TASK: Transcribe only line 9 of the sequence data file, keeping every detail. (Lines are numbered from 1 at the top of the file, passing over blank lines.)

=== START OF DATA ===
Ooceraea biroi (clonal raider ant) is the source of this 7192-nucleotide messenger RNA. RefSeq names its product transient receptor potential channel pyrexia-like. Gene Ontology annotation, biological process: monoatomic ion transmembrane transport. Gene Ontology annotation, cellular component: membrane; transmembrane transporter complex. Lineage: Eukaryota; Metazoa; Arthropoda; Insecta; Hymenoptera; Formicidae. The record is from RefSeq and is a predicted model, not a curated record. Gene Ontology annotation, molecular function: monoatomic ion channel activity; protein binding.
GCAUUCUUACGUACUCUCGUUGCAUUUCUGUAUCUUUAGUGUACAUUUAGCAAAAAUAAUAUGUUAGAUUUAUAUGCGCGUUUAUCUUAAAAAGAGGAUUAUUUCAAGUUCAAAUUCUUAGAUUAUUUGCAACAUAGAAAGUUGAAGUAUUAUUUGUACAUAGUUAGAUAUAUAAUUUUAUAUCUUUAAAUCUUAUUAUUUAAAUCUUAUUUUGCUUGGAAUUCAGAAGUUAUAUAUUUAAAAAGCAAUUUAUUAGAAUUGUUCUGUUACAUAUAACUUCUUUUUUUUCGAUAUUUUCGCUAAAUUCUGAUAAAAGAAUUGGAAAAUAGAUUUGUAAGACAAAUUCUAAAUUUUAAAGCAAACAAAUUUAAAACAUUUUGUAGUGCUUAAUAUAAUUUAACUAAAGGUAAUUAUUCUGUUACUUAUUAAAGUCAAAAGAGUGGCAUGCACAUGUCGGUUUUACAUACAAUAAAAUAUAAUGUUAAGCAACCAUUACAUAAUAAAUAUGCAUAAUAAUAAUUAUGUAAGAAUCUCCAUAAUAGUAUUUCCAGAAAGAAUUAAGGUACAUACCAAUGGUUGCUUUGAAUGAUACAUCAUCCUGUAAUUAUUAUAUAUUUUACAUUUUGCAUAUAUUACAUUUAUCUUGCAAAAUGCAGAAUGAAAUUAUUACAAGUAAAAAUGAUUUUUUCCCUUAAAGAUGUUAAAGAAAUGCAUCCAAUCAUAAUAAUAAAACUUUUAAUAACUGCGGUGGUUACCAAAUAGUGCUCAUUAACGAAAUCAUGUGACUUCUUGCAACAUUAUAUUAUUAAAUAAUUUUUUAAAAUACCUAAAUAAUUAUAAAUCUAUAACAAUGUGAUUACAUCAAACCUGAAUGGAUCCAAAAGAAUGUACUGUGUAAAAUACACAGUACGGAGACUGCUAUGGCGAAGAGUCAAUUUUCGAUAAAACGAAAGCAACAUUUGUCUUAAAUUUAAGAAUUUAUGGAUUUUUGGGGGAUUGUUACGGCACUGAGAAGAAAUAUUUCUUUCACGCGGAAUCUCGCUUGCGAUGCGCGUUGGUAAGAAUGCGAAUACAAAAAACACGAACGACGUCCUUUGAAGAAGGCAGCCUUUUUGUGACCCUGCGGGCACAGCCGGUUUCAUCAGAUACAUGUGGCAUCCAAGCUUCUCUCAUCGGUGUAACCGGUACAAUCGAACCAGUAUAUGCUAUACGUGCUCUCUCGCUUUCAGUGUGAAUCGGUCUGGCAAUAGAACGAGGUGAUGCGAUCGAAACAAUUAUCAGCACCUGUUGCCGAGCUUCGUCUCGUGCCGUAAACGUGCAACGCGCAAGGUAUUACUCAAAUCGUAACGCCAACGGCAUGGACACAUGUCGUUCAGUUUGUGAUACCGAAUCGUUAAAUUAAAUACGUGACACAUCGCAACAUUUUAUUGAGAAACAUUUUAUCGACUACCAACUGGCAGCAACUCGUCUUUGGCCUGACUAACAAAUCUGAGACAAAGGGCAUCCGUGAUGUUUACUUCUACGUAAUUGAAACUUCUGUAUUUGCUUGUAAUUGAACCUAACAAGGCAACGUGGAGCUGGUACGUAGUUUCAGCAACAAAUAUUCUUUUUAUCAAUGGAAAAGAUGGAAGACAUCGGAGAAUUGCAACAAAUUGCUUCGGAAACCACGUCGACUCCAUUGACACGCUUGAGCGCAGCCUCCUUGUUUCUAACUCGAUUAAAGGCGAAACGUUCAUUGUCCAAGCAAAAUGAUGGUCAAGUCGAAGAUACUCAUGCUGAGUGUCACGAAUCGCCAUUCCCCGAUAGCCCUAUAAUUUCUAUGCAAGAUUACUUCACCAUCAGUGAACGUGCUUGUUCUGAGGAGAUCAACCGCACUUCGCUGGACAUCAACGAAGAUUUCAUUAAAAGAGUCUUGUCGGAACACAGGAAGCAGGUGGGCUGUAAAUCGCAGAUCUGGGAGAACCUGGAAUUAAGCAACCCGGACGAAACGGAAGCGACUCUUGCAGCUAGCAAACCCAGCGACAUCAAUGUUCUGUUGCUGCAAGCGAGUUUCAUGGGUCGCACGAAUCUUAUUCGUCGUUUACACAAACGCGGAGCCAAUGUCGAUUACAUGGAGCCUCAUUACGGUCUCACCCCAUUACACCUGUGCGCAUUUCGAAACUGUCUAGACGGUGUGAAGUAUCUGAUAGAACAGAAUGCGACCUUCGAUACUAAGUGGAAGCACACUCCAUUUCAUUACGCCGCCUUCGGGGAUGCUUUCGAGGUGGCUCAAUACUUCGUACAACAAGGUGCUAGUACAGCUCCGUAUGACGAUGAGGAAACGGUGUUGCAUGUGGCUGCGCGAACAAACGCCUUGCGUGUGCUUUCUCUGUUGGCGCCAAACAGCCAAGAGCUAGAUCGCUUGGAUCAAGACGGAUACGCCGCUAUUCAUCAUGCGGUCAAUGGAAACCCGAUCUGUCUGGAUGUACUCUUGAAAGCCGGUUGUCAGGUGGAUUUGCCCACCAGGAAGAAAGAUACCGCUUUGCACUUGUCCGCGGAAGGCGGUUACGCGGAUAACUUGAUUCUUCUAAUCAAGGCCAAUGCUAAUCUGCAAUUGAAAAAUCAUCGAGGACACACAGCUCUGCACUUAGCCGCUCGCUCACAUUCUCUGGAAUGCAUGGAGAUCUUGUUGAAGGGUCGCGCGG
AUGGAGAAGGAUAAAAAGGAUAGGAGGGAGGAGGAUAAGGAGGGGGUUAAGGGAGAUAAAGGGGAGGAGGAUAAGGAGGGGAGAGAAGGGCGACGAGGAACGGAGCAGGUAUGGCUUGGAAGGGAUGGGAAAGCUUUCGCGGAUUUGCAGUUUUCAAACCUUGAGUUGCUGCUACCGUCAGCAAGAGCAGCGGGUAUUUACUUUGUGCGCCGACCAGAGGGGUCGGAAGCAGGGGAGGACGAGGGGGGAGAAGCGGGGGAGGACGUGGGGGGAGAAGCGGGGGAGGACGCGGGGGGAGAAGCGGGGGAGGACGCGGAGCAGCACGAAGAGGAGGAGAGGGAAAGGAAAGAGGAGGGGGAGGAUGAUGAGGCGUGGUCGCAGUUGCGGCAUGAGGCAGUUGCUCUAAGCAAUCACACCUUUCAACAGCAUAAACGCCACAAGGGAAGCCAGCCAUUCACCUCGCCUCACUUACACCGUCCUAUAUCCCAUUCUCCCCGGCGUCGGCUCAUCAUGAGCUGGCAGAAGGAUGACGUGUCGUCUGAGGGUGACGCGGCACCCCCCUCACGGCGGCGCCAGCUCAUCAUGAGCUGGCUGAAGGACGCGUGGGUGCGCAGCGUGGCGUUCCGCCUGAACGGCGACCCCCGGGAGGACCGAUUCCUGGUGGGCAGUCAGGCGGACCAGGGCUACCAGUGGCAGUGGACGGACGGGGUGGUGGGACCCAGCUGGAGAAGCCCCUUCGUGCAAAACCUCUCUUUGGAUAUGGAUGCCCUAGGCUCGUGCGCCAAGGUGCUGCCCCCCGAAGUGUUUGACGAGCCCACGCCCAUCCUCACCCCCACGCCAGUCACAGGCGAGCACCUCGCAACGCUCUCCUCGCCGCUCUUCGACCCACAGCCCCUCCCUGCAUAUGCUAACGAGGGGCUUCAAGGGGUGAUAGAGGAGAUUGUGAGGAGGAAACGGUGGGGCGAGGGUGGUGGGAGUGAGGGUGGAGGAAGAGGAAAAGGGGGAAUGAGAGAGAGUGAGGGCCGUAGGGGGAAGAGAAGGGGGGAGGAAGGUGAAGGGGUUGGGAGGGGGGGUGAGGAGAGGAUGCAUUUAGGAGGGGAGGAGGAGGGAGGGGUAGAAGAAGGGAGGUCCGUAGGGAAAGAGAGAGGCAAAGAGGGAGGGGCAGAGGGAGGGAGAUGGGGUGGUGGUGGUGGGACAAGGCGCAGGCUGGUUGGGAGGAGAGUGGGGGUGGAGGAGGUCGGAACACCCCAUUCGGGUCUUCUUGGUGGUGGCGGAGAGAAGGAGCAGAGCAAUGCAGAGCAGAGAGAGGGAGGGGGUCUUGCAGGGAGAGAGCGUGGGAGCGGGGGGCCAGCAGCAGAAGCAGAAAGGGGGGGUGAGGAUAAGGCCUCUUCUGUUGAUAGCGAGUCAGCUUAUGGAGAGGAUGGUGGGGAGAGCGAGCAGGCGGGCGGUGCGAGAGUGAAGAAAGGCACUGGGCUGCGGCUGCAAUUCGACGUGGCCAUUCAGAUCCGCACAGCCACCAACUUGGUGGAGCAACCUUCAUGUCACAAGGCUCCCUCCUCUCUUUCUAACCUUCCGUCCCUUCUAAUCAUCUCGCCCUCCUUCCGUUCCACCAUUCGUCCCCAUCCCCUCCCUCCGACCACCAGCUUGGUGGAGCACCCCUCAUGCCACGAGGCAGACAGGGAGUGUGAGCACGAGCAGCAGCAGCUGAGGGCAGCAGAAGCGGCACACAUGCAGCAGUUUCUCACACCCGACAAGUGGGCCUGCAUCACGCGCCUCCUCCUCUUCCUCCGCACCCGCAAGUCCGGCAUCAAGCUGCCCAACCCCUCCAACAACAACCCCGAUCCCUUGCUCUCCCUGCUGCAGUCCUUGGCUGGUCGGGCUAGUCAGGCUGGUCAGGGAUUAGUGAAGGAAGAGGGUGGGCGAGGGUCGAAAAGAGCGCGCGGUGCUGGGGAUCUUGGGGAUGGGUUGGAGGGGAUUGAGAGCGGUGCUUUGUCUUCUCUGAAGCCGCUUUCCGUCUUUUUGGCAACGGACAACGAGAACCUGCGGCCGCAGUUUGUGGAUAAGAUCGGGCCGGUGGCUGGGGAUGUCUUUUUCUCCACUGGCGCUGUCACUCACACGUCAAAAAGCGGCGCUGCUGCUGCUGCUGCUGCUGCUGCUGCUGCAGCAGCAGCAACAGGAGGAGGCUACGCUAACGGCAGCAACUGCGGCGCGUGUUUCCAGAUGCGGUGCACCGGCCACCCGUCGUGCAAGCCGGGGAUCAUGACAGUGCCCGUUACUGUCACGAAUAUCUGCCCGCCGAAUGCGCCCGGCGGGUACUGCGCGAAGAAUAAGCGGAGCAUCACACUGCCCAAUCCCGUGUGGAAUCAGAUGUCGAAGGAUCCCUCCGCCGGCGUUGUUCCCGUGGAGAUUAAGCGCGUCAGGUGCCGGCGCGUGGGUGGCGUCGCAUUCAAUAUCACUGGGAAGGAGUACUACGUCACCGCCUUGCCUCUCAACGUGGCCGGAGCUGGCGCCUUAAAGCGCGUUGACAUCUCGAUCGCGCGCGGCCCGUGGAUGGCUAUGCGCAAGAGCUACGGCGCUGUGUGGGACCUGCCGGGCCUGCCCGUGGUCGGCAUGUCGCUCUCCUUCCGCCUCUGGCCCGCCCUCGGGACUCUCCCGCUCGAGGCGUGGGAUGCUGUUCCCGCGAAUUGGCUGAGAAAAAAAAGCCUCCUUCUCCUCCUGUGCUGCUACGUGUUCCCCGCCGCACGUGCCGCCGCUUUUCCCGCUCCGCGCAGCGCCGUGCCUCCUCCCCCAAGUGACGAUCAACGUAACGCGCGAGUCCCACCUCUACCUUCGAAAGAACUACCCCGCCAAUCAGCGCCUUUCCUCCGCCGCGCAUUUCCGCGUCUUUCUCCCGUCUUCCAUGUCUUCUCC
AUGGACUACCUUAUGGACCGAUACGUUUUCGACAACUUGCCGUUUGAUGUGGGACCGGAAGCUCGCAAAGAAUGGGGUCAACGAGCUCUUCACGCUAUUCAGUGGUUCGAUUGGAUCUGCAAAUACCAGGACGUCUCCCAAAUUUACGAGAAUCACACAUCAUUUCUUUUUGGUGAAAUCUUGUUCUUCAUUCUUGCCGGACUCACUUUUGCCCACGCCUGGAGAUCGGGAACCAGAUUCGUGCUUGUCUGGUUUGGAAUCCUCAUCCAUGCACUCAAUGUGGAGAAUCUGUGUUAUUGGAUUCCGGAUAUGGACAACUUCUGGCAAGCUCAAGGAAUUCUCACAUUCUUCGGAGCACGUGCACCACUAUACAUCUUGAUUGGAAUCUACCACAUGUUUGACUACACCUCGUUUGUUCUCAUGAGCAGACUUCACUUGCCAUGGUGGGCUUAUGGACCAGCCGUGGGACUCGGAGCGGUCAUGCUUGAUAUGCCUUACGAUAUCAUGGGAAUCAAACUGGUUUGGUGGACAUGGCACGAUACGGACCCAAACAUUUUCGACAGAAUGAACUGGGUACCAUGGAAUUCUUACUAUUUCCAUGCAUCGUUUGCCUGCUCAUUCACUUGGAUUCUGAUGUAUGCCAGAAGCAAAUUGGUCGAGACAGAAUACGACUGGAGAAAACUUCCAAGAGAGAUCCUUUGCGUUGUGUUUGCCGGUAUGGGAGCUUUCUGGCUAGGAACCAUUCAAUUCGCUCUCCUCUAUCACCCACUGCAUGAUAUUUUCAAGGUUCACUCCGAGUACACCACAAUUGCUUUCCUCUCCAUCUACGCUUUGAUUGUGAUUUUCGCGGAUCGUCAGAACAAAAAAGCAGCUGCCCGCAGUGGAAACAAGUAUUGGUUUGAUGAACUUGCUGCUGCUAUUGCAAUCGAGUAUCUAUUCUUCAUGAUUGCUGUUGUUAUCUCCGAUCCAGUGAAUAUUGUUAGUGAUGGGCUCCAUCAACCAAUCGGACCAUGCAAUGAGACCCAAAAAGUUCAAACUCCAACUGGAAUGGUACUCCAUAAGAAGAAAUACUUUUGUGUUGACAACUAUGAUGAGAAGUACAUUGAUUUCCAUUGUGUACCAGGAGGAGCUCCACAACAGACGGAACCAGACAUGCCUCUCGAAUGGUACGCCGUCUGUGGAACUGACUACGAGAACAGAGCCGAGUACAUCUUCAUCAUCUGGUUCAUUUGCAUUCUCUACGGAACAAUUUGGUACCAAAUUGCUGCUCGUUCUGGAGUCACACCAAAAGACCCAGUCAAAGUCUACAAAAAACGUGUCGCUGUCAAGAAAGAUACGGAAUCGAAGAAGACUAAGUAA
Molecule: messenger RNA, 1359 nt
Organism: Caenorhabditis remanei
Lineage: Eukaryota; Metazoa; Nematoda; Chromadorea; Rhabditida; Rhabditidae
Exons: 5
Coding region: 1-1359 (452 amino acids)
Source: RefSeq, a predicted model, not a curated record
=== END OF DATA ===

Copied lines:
Coding region: 1-1359 (452 amino acids)